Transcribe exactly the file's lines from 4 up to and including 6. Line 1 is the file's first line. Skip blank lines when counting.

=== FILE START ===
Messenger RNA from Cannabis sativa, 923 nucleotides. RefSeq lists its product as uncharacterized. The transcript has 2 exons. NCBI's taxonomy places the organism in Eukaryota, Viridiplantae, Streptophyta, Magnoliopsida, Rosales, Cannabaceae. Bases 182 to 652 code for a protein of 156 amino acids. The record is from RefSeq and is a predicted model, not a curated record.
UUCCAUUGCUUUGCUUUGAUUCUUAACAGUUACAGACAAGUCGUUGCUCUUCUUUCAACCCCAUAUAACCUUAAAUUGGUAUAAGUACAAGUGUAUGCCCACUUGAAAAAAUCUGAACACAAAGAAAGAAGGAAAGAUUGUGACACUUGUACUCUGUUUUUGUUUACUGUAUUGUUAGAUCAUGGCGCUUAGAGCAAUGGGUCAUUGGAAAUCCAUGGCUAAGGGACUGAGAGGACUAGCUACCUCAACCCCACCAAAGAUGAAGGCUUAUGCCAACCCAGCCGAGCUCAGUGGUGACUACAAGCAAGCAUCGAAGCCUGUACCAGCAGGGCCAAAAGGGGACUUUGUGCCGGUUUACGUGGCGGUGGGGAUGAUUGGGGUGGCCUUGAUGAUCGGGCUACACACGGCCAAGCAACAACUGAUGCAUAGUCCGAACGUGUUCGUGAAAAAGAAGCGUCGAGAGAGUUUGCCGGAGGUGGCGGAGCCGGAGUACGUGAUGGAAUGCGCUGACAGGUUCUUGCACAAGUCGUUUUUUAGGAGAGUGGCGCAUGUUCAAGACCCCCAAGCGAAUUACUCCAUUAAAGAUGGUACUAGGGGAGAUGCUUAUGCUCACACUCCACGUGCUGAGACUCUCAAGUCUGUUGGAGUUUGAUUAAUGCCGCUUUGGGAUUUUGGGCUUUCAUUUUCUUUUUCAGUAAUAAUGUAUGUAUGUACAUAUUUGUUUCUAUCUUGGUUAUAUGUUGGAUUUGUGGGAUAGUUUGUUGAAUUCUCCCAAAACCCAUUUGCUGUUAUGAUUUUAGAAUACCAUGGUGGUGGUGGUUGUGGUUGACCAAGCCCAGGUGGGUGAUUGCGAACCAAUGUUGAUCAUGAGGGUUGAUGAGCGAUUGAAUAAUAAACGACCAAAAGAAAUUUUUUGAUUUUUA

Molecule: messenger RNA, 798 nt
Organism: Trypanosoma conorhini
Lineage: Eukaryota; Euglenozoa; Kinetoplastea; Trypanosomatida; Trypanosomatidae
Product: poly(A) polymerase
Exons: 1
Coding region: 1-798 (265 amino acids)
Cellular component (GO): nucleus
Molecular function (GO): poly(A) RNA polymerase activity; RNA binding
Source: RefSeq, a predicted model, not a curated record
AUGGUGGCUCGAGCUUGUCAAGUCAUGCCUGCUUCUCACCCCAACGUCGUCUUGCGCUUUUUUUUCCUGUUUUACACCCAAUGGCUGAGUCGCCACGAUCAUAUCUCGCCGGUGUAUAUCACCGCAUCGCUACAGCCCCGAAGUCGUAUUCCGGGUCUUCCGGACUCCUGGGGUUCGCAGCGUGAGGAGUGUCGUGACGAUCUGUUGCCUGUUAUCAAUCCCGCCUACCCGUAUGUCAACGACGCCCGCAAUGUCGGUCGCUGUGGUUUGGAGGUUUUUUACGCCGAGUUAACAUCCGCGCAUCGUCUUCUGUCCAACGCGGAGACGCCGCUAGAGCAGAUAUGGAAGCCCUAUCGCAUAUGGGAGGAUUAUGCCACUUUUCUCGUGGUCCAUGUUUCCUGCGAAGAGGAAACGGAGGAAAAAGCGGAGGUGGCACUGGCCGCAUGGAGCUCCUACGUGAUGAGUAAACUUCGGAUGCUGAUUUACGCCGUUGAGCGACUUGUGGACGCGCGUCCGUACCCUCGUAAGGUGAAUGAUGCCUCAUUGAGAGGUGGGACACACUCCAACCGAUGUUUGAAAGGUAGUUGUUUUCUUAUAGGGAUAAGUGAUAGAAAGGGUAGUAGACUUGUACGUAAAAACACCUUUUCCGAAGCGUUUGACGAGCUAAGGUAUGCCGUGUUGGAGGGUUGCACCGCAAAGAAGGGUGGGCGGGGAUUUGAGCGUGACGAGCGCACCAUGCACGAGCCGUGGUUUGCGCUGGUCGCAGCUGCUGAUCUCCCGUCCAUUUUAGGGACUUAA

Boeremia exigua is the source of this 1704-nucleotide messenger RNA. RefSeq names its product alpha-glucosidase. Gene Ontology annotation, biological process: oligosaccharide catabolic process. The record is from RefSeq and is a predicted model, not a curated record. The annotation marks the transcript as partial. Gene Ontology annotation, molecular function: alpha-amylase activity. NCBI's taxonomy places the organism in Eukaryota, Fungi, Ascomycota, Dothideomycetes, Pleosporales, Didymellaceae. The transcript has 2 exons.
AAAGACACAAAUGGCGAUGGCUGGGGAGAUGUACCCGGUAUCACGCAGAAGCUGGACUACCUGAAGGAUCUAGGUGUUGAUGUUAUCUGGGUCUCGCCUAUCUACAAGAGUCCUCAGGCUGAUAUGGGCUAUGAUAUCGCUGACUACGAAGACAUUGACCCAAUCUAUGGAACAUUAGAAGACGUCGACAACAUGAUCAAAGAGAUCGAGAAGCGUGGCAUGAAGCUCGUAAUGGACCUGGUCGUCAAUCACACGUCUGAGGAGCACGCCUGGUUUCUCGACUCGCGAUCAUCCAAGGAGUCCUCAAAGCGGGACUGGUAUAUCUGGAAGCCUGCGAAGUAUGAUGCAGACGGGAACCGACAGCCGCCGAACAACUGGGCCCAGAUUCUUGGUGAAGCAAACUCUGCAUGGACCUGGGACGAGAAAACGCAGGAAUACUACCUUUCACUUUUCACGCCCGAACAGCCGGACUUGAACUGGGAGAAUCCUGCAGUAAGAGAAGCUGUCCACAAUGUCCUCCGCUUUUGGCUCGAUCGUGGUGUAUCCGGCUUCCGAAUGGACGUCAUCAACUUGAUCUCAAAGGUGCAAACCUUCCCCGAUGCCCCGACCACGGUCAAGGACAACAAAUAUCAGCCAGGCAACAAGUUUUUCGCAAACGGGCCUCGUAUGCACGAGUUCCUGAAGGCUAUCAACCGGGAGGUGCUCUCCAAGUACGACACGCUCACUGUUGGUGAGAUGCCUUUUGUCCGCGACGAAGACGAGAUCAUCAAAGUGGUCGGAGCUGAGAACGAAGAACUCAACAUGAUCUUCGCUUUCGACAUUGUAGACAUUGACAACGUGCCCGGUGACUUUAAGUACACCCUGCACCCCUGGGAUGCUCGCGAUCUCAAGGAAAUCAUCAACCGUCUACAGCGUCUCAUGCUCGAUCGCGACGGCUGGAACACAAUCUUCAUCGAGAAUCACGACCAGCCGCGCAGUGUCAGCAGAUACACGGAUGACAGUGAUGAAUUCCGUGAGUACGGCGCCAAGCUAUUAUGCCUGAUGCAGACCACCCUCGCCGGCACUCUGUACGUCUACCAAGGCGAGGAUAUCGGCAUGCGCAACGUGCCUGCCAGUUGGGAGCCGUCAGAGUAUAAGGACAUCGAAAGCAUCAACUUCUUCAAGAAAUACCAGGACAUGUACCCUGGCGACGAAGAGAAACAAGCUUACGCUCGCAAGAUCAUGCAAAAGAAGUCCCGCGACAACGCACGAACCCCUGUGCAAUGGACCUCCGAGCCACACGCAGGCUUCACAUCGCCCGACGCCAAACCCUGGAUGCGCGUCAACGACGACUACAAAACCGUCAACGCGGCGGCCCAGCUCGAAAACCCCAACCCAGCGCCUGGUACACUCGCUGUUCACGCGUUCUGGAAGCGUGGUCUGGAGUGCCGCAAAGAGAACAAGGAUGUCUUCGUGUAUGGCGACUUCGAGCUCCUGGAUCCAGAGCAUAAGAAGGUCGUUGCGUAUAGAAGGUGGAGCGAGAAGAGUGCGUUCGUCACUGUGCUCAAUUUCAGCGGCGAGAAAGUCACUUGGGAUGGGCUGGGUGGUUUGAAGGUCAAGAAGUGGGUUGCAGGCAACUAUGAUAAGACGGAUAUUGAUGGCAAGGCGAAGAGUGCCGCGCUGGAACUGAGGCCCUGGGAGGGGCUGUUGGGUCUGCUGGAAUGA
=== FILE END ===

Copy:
Organism: Trypanosoma conorhini
Lineage: Eukaryota; Euglenozoa; Kinetoplastea; Trypanosomatida; Trypanosomatidae
Product: poly(A) polymerase